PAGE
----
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Topic: starting out tips....

  1. #1

    starting out tips....

    i am a studio owner & musician from israel.

    i am going into composing and making some movie scores & soundtracks and hope i can get some advise from you.

    my gear list :
    ram vintage 80's console
    pc p4 1gb of ram running xp pro, cubase sx 2.2, e-mu's new 1820m sound card with an emulator x studio soft sampler,
    some mics & 4 akg 240 studio headphones.

    i am going to focus mainly on orchestral arrangements and recently bought the eastwest symphonic orchestra samples .

    my questions are :
    1. can i make a realistic and convincing soundtrack with the list above ?

    2. is one pc capble of handling 2 or more soft samplers running heavy duty multichannel sessions + the host (cubase sx) without crasdhing or needing of multiple bounces after every instrument is layed ?

    3. what other realistic sounding samples libreries do you recomand for making music with midi not only orchestral but allso drums, piano's & so on...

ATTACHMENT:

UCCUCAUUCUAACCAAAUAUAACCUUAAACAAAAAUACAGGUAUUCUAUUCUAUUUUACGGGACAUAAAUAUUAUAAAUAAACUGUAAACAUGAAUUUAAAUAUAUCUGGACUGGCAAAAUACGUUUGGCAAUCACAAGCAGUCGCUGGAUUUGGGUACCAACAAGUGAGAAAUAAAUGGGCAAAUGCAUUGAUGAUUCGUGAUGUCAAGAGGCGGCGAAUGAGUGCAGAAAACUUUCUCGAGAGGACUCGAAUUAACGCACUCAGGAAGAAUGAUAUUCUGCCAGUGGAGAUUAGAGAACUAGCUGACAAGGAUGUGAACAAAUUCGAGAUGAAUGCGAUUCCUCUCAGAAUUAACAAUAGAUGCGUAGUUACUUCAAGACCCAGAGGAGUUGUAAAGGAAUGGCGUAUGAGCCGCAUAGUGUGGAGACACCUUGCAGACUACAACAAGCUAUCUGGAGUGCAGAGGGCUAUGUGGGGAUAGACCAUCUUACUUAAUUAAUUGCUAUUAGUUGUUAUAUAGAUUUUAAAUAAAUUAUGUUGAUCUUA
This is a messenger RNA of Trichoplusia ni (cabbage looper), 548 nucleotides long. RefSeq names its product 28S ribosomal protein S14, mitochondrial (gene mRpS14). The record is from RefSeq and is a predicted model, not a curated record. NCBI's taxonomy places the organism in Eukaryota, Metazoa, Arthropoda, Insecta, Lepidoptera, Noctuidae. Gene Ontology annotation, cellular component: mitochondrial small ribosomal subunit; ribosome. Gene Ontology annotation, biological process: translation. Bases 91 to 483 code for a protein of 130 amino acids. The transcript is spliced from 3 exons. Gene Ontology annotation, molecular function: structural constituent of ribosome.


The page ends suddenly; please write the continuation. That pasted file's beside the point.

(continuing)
4. what is your set up consist of and what are you using all the time ?

    5. is 1 gig of ram enough for running multiple soft samplers with heavy samples on cubase sx 2.2 ?

    - excuse my english....

    Music project studios


  2. #2

    Re: starting out tips....

    Hi "Musicproject".

    What you need - in terms of hardware and software - depends on what kinds of task you are planning to specialize in. If you are planning to do some work for your own sake or for friends or an occasional paid job every now and then, then you might use whatever stuff fits your own needs.

    If you plan to work your way into the professional competition however, then your foremost tools of use is personal connections, reliability, talent and speed. A large setup of tools will not make you faster. When I started getting paid I found myself having to cut down heavily on my tools to maintain the speed/reliability factor. There was no way I could the pace up while being a sound engineer, composer, conductor, programmer and musician at the same time. Even though I am practically able to do for example the engineering part to a fair level, I tend to do the music stuff and I leave the other aspects – such as engineering, notation and conducting – to others, who are professionals in their field. That way the work goes faster and the end result gets overall much better.